Female portraiture features strongly at this year's edition. Artco Gallery is having a solo show of Marion Boehm's 'Thandi' (2017) series, which nearly sold out on the first day. The black-and-white faces of African women dressed in Victorian outfits of floral fabrics, velvet and lace adopt the classical poses of that era, the inclusion of books conveys their education. The fictional images betray the artist's desire to rewrite history. “Boehm wants to pay tribute to African women, often unrepresented in history and in portraiture, and overdressed them to give them a place in the society where they were often forgotten,” says gallery co-owner Jutta Melchers.
Nearby at Art Twenty One is Namsa Leuba’s 'Zulu Kids' (2014). In the staged images, young South African children wearing traditional clothes belonging to family members stand isolated on wooden logs. The series was made during an artist residency when Leuba, 34, worked with the Zulu communities in Kwala Zulu Natal and Soweto. After meeting local children through schools and villages, Leuba dressed them up and incorporated props. The idea of statuettes, however, is not rooted in Zulu culture but in West African animist beliefs.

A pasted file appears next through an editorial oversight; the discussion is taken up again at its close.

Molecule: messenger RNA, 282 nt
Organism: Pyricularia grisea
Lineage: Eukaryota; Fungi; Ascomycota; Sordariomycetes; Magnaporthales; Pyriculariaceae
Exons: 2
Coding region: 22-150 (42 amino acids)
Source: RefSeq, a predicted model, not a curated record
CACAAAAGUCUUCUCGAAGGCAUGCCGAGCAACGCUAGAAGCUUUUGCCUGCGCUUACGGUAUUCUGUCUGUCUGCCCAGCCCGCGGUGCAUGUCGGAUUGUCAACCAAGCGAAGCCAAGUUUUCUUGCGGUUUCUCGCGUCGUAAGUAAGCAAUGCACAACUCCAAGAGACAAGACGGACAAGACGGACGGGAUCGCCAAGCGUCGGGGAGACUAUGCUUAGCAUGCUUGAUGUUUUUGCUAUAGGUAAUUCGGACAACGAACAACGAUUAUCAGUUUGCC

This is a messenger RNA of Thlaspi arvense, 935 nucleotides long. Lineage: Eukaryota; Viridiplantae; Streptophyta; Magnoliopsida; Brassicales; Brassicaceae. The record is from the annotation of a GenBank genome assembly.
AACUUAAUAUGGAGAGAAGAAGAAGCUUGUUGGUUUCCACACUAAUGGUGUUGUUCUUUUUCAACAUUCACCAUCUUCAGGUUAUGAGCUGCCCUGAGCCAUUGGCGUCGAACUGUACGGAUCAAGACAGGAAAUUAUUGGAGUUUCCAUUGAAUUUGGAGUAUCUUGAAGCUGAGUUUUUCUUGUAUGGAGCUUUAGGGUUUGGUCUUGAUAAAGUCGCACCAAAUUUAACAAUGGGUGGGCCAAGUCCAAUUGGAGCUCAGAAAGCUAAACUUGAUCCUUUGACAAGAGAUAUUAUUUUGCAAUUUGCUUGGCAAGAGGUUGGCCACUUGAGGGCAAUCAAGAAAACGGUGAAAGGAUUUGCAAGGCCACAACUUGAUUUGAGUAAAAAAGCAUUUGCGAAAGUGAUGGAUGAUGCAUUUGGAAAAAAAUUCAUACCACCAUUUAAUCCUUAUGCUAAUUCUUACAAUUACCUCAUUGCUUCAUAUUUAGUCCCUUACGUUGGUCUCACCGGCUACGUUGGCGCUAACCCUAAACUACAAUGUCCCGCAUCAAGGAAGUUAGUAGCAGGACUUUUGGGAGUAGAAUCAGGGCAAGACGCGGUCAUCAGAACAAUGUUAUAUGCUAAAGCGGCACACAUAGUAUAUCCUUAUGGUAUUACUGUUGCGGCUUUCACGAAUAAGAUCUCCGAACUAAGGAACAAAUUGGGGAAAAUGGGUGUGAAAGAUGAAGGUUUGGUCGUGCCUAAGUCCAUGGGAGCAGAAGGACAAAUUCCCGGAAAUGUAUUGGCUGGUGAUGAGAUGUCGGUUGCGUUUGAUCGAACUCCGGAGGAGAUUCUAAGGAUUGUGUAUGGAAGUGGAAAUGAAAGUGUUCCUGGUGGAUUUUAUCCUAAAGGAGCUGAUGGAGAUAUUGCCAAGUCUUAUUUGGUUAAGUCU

Besides the African focus, a nice discovery is Sou Fujimoto's foray into architectural sculpture. At Galerie Philippe Gravier is the Japanese architect's 'Forest of Books, Elements of Architecture' (2016). The five pieces feature circular seating arrangements, on stainless steel rings, for an individual or several people, and spaces in between the vertical iron bars for bookcases. The project recalls how Fujimoto envisioned a “forest of books” concept for the Musashino Art University Museum and Library in Japan in 2010. Fujimoto explains that, for these new pieces, he reinterpreted the 19th-century ironwork of Art Nouveau balustrades, fusing this inspiration with soft curves recalling nature.